Few computer users today know of a computer virus that was code named Friday the Thirteenth by its creator. Those who do will recall the fear this virus generated in the eighties and the nineties. There would be system slowdowns, even network crashes on Friday the thirteenth. Computer engineers had a tough time, as viruses were an unknown entity then.
The question that mystified everyone was: How did virus infect computers? After all, by definition, a computer virus was not a living organism. Even more mystifying was the date: Why Friday the thirteenth only? Why not some other date?
It took several years for the computer engineers to nail the source. They found that the virus was a code, and the carrier were the floppies that were used by computer users to transfer/copy content. Once inside the system, the virus would go to sleep. It was only when the computer clock chimed Friday the Thirteenth that the virus would wake up, and attack the host’s operating system. The virus trigger was the date.
The floppy may have become extinct, and the mystery of Friday the Thirteenth computer crashes may have been solved but the threat that computer viruses pose to systems has not diminished. In fact, the computer viruses have become more potent, and more lethal. Their number, according to a Symantec report, has swarmed past the one million mark.
Still, very few computer users take the computer viruses seriously. They don’t realize that a computer virus can delete data, corrupt the operating system or capture the e-mail client and spread to other computers.
# It’s a code
The first thing you need to know about a computer virus is that it is a code. It cannot attack your system unless you give it access. More than that, you must remember that the computer virus like the living virus needs a medium to transmit. Earlier, the floppy was the most popular medium. Today, the net is an even better medium.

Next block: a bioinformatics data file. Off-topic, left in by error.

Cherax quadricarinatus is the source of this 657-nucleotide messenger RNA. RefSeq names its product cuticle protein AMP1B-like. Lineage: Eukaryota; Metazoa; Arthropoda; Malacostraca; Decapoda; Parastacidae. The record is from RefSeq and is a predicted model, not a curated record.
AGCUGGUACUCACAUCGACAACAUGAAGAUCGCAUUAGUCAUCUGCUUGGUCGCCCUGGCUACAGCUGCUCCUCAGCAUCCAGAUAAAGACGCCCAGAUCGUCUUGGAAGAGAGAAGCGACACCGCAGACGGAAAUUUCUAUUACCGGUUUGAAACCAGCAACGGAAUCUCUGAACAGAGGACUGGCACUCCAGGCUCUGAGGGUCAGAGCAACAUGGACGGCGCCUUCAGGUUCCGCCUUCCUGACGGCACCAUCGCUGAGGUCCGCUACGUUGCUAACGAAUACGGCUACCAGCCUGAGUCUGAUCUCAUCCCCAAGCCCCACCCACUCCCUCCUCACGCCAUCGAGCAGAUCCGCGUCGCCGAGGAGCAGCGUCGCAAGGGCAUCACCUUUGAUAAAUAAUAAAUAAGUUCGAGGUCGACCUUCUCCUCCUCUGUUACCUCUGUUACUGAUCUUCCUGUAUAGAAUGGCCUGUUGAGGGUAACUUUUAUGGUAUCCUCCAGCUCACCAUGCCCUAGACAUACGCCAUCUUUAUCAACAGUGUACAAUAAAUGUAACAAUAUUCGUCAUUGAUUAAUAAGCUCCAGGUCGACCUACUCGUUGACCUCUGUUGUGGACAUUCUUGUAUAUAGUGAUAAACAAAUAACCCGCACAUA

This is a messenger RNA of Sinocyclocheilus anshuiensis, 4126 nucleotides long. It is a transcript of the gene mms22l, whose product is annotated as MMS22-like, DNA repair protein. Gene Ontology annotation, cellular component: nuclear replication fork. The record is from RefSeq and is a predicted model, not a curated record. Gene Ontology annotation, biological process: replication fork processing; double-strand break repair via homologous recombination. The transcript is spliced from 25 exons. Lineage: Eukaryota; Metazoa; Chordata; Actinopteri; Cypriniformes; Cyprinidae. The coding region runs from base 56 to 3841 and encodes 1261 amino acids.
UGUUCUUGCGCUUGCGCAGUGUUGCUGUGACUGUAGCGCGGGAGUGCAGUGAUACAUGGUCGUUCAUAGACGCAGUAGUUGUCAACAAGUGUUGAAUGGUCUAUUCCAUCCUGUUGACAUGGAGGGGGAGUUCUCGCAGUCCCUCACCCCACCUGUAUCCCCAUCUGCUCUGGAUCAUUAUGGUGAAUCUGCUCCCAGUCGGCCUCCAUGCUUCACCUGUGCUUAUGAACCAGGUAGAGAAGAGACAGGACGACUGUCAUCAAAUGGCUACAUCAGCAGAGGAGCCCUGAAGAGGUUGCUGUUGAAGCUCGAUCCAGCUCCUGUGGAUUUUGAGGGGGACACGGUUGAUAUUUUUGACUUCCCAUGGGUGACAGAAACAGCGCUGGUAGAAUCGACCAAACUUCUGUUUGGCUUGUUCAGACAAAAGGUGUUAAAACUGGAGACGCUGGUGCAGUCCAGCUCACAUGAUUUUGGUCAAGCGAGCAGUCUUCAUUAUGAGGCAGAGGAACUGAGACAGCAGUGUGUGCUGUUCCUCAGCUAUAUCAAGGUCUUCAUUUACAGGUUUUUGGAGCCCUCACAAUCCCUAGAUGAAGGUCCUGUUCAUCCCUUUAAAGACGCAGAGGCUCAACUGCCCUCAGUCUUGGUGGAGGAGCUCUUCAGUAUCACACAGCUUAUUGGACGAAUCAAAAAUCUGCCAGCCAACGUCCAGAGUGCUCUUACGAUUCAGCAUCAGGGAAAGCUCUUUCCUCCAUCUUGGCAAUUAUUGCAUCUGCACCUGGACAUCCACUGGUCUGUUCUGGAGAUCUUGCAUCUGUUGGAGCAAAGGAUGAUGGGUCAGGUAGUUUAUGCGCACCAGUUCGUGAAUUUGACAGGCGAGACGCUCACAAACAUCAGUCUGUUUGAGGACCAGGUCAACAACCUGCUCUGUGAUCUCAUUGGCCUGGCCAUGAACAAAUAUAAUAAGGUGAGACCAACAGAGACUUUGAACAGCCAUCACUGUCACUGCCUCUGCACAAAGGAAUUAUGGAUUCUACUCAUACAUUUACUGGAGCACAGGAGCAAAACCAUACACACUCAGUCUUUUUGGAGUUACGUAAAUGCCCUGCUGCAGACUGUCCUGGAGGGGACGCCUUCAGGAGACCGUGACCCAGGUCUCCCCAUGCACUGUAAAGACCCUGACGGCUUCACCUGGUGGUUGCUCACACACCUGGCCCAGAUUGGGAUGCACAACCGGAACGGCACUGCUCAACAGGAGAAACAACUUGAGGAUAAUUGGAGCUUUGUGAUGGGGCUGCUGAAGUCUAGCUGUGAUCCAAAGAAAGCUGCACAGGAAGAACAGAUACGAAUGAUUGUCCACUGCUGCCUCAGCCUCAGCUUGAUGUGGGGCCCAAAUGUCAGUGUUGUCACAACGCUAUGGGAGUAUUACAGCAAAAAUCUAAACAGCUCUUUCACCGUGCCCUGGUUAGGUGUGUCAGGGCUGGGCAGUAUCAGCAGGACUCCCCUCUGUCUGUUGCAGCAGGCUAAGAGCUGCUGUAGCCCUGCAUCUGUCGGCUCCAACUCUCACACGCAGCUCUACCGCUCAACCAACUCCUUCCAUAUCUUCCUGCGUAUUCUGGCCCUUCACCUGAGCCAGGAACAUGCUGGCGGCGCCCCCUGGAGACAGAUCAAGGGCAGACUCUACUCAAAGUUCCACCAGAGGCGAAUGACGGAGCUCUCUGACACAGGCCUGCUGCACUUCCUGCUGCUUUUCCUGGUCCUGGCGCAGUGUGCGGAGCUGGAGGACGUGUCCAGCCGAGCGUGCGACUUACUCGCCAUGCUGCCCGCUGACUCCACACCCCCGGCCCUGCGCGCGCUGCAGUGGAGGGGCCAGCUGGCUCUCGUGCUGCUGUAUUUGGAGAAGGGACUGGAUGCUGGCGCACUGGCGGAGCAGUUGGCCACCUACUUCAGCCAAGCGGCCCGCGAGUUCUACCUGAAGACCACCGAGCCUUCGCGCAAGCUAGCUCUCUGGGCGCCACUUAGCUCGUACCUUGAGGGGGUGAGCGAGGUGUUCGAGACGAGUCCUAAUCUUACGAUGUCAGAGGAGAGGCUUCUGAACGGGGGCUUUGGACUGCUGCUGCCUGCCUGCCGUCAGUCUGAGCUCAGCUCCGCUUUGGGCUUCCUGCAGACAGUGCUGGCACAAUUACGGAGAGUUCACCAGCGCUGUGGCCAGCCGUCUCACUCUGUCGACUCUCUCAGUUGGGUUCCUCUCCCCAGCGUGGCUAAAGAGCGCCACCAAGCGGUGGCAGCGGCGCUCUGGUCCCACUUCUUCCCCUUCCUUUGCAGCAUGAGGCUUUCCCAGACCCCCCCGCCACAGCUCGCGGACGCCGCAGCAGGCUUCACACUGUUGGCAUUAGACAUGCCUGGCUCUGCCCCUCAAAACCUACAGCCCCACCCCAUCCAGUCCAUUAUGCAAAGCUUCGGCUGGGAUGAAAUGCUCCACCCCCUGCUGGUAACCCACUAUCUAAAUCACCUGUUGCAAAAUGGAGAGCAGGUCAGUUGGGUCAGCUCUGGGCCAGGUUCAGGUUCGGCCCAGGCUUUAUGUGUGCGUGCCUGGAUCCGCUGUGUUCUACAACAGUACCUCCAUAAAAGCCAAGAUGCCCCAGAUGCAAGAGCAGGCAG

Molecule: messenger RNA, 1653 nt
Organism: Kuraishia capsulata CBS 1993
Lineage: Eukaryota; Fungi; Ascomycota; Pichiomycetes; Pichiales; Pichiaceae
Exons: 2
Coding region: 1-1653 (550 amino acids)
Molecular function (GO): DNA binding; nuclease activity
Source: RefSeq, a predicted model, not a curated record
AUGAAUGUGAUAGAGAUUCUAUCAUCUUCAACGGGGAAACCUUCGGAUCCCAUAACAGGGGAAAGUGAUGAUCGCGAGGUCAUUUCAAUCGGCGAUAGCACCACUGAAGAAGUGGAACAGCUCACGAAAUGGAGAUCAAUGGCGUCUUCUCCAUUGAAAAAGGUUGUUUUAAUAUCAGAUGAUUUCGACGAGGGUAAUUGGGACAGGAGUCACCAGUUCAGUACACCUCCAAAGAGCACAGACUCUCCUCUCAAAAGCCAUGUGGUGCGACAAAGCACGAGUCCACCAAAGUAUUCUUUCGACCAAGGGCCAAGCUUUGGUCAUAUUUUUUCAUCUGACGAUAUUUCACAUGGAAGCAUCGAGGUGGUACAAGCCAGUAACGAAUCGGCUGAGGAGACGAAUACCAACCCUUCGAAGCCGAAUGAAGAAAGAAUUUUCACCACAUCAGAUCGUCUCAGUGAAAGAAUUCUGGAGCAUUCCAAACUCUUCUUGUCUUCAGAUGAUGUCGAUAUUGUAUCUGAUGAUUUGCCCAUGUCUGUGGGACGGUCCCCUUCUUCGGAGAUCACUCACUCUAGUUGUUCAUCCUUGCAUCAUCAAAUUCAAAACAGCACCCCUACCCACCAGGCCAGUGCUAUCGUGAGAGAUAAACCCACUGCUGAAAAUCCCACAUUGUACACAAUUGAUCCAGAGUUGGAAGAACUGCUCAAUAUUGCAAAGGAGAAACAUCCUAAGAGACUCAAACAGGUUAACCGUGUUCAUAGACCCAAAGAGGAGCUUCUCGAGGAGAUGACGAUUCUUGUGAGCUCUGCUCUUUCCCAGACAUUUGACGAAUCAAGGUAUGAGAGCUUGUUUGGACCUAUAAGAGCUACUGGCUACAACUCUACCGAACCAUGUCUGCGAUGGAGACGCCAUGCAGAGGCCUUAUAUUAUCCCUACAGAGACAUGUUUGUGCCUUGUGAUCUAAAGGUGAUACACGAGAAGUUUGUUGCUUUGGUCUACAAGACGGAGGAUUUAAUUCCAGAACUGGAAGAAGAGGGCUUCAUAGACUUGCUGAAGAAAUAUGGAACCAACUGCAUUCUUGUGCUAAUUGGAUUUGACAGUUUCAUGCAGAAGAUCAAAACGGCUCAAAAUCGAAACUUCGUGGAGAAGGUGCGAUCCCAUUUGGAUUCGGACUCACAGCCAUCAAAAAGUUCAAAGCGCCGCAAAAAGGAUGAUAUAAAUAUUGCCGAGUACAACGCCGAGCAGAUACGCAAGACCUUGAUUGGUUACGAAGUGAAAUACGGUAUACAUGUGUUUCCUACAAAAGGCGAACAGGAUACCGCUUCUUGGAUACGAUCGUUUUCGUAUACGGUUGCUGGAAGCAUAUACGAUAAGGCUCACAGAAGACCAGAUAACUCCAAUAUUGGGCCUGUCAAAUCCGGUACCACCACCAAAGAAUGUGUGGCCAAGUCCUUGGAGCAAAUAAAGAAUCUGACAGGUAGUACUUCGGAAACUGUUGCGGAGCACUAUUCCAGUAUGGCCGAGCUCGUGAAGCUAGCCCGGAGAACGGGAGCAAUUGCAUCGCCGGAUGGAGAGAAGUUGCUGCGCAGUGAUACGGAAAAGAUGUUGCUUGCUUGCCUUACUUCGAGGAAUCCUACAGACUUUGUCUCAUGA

Virus creators attach the virus files to e-mails and then spam hundreds of unsuspecting users. You can easily defeat the virus creator by deleting such mails, especially the mails where the attachment is a .exe file.
The second route is pictures, greeting cards and video files. Once again, don’t open these files if you don’t trust the sender. The same policy must be adopted for attachments that come with instant messaging programmes.
Downloads is another route used to push viruses. Don’t download a programme from a site that you don’t know. It is inviting trouble. Also, never download freebies on the net or you will end up paying a high price.
Pen drives are even worse. With files, they also copy viruses from infected systems. Make sure you test pen drives every time you copy a file.
# Tell tale signs
You must also learn to diagnose the symptoms. The most common symptoms of virus infection are: sudden slowing down of your computer, frequent hangings, sections of computer like partitions or drives becoming inaccessible, problems in opening or running programmes like Microsoft Office etc.
Make sure you call the software specialist the moment you notice this erratic behaviour. It will help you neutralize the troublemaker before any real damage happens.
A better bet is to buy standard anti-virus software like McAfee, AVG, or Kaspersky, and install it on your system.
The anti-virus software will constantly scan every new file in the system, and alert you whenever it comes across suspicious or infected files. The virus creators too know this. That is why they continue to create new variants – viruses that can slip past the computer policemen.
That is why you are the best guard.